PLANS to develop a solar farm near Winchester have received a much warmer welcome than similar developments elsewhere in the county.
Orta Solar, a development, project management and construction company, released plans that may see a new solar farm built east on the B3043 south of Hursley.
The site, known as Field House Farm, will cover approximately 32 acres of land which will consist of rows of solar photovoltaic arrays up to 2.6m high assembled on a metal framework.
The plans also include four to five small single story cabins containing electrical equipment.
The proposal is to include wide avenues of grassland between the arrays to attract wildlife and provide rough grazing for sheep and the perimeter will have additional planting to ensure further screening.
Orta Solar, who are based in Andover, claim the farm will provide enough energy for over 1,700 homes saving 1,800 tonnes of carbon dioxide emissions each year.
District Cllr Jan Warwick said: “The application will of course need to go through the formal planning process however as with any new proposal early discussions with local residents is key and I am pleased Orta presented to Hursley Parish Council and also held a public exhibition. This gave residents and councillors an opportunity to ask questions and seek reassurance about all sorts of areas such as vehicle access during the construction process, visibility of the panels from the surrounding areas, screening around the site, risk to wildlife, potential noise, the energy output and benefits to the local community. Members of the parish council generally welcomed the development.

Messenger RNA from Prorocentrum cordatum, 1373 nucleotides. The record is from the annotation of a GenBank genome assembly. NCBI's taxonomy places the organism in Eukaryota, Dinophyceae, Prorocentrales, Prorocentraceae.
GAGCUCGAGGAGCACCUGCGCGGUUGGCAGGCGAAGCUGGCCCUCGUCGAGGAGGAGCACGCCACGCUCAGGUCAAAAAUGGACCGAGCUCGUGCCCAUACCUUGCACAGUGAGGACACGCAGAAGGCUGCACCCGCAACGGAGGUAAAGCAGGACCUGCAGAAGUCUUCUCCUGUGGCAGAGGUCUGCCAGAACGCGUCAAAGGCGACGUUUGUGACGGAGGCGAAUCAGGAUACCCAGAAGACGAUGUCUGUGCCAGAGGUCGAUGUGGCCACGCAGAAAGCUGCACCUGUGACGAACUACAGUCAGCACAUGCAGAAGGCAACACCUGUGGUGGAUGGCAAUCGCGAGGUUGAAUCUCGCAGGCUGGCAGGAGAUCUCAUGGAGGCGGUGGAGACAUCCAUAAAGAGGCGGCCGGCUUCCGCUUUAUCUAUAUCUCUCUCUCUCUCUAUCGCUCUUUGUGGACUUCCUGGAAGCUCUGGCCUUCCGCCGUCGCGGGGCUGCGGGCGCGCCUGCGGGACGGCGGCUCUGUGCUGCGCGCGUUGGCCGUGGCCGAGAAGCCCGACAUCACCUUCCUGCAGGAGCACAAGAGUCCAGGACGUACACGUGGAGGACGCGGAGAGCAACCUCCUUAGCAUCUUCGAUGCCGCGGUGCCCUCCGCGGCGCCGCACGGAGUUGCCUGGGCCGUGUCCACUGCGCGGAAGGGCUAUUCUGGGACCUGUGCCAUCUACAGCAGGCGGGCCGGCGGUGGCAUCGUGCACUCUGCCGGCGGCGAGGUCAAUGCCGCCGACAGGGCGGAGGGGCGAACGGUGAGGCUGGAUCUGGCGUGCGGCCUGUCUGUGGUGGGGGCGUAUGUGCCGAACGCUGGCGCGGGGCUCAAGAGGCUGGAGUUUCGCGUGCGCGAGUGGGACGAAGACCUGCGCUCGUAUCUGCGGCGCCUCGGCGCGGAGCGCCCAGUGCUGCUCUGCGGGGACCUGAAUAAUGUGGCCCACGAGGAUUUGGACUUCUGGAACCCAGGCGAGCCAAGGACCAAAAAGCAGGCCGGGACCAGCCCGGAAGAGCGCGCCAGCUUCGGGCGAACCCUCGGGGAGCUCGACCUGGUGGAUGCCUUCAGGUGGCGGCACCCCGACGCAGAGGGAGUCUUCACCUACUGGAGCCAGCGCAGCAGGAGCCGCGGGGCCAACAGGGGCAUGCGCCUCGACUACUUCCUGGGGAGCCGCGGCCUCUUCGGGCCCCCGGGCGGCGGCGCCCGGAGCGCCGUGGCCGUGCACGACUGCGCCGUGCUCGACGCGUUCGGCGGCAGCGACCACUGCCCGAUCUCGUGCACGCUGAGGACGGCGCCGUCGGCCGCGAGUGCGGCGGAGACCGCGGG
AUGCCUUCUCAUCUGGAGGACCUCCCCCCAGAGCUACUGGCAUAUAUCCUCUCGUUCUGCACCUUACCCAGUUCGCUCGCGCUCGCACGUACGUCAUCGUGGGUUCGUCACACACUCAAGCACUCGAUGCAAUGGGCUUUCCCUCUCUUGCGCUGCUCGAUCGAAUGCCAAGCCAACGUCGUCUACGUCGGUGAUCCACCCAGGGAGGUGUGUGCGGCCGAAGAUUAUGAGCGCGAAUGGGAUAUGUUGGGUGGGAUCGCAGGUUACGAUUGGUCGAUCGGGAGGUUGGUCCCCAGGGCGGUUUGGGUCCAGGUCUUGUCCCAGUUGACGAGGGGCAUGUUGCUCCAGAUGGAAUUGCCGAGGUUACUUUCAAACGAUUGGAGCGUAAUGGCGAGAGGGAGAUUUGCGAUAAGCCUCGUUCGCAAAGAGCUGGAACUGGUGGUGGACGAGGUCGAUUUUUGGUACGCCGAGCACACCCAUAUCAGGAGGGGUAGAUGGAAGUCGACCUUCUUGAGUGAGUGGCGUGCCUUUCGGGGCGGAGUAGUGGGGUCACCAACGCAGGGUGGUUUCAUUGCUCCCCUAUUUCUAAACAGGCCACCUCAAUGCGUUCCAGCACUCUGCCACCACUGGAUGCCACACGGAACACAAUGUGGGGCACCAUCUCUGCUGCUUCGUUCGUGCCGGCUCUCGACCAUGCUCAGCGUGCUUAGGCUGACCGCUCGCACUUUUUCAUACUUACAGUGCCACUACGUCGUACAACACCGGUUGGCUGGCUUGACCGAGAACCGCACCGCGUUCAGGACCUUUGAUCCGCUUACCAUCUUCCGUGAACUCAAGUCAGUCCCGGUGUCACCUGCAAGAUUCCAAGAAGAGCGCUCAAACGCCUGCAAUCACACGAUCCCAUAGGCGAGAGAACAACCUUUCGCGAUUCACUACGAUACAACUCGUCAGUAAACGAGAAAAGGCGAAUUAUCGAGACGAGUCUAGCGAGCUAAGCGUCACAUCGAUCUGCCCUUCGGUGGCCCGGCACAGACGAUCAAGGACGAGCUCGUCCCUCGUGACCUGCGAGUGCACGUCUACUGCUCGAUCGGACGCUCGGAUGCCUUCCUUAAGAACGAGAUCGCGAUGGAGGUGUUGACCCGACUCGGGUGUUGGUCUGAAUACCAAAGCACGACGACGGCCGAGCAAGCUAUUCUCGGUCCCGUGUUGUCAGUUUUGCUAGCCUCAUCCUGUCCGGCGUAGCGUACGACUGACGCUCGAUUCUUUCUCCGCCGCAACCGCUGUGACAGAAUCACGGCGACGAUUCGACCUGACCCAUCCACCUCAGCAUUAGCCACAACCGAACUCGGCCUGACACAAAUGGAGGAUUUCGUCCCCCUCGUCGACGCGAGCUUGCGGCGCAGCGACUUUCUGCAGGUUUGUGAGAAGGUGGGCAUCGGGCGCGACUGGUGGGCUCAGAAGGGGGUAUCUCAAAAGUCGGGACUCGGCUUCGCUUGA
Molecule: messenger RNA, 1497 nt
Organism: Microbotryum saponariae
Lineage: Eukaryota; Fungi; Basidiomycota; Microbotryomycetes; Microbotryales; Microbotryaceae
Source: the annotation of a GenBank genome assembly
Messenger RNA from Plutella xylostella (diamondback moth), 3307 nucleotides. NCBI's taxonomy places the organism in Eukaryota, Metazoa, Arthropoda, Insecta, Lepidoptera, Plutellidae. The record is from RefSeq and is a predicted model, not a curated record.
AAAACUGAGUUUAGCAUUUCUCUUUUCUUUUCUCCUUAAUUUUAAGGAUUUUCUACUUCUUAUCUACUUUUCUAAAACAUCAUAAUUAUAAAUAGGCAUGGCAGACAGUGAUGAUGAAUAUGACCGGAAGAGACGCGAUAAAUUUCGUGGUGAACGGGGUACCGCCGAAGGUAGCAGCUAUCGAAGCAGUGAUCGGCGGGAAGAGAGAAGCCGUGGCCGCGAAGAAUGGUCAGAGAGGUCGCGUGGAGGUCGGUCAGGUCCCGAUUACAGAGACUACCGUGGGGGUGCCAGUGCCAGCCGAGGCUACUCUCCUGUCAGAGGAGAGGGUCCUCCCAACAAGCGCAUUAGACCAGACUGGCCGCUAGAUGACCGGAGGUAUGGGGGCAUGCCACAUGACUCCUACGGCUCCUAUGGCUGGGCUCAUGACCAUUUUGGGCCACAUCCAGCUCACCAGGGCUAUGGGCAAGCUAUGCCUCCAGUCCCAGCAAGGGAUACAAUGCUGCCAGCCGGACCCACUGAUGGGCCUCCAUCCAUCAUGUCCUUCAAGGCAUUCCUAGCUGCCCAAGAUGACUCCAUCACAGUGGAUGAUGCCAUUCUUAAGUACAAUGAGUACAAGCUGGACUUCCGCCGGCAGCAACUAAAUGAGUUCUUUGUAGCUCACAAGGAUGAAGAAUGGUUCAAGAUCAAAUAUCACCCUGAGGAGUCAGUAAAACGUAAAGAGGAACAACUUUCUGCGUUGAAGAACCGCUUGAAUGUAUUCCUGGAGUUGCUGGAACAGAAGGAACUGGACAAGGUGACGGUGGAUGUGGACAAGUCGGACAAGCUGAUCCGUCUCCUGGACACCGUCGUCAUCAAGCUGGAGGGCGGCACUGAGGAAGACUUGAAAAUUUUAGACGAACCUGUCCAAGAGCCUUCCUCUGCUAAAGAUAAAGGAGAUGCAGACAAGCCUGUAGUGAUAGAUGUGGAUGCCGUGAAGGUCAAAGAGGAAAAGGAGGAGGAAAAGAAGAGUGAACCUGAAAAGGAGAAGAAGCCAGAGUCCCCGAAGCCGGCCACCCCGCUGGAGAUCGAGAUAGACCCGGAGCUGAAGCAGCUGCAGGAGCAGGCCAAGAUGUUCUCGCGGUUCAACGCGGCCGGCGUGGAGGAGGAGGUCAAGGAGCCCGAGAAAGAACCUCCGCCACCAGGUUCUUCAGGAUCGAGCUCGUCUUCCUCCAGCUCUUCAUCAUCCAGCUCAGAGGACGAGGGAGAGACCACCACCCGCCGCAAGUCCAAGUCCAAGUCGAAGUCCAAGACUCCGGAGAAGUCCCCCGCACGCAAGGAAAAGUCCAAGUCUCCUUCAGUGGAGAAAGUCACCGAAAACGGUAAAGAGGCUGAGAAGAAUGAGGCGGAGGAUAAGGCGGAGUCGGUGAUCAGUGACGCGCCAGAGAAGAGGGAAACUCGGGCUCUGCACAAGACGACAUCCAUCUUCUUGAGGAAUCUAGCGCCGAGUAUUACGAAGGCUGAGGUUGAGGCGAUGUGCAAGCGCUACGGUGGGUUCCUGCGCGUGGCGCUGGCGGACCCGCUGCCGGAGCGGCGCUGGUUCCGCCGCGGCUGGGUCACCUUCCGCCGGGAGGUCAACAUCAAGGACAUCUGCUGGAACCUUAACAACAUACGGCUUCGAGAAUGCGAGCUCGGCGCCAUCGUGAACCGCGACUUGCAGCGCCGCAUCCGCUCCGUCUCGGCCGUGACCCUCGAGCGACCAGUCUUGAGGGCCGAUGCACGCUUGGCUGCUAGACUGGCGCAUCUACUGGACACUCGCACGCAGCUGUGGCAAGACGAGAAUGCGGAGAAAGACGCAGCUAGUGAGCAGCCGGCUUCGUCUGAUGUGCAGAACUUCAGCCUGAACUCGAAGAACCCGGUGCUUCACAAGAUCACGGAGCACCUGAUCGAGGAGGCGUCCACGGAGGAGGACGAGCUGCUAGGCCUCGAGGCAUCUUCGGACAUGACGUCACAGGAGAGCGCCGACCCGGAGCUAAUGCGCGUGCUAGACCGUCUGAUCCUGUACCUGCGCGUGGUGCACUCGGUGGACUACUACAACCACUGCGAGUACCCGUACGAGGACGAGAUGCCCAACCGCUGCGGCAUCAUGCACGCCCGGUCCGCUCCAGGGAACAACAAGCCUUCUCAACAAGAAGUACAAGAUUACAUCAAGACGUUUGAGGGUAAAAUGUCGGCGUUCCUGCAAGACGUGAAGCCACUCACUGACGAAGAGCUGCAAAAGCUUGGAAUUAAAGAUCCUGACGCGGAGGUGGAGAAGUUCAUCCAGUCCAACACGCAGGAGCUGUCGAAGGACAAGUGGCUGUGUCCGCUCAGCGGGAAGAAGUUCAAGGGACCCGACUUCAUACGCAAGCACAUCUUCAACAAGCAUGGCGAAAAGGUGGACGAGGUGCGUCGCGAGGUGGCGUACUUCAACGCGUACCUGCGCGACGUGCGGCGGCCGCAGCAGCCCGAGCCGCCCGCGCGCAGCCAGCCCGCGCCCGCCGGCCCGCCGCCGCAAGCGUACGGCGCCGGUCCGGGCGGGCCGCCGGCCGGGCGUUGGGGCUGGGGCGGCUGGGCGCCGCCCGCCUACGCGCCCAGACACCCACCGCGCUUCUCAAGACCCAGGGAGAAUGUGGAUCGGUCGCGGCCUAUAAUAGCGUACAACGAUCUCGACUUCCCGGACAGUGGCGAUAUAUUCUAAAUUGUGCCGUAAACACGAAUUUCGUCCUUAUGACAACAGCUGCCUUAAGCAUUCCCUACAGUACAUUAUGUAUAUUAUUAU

“My personal view is there is no doubt renewable energy will help offer energy security, support the local economy and contribute to a lower carbon district. However it is also very important for energy companies to consult widely with the local community and consider the views of nearby residents as well as considering where the proposed scheme will sit within the landscape.”
Murray Weston, 61, a film and TV consultant of Main Road on the outskirts of Hursley, said: “I’ve been watching the reports and, personally, I think they are a good thing. I think it’s in a place where you can’t see very easily. It might just be possible walking along a footpath nearby that you might just spy it.
“So far as I understand you can still have animals grazing on the land so it’s still used and my general view is that they’re not too bad.”
Hursley Parish clerk, John Brooks, said: “The only concern people have raise is the issue of traffic during construction but that’s going to happen whenever you’re building.
“The parish council has no problem with the concept of the solar farm, it’s much quieter than a wind farm, and it seems that’s the way energy sourcing is headed. It seems to be an acceptable sort of site.”
Chair of Hampshire Renewable Energy Group (HREC), Dennis Garrison, said: “HREC want to develop a Local Energy Fund to make Hampshire and Winchester more self reliant and less dependent on foreign companies to provide energy into the county and district.
“I believe we export almost £1/2 billion in revenue to all the large foreign owned energy companies from the area each year. Solar is a great way to start keeping part of that outflow of taxed income here in our area, whilst creating local jobs and commerce. I think Hampshire County Council is awakening to the benefits of renewable solar energy in the area now. And who knows, Winchester City Council may be, too.”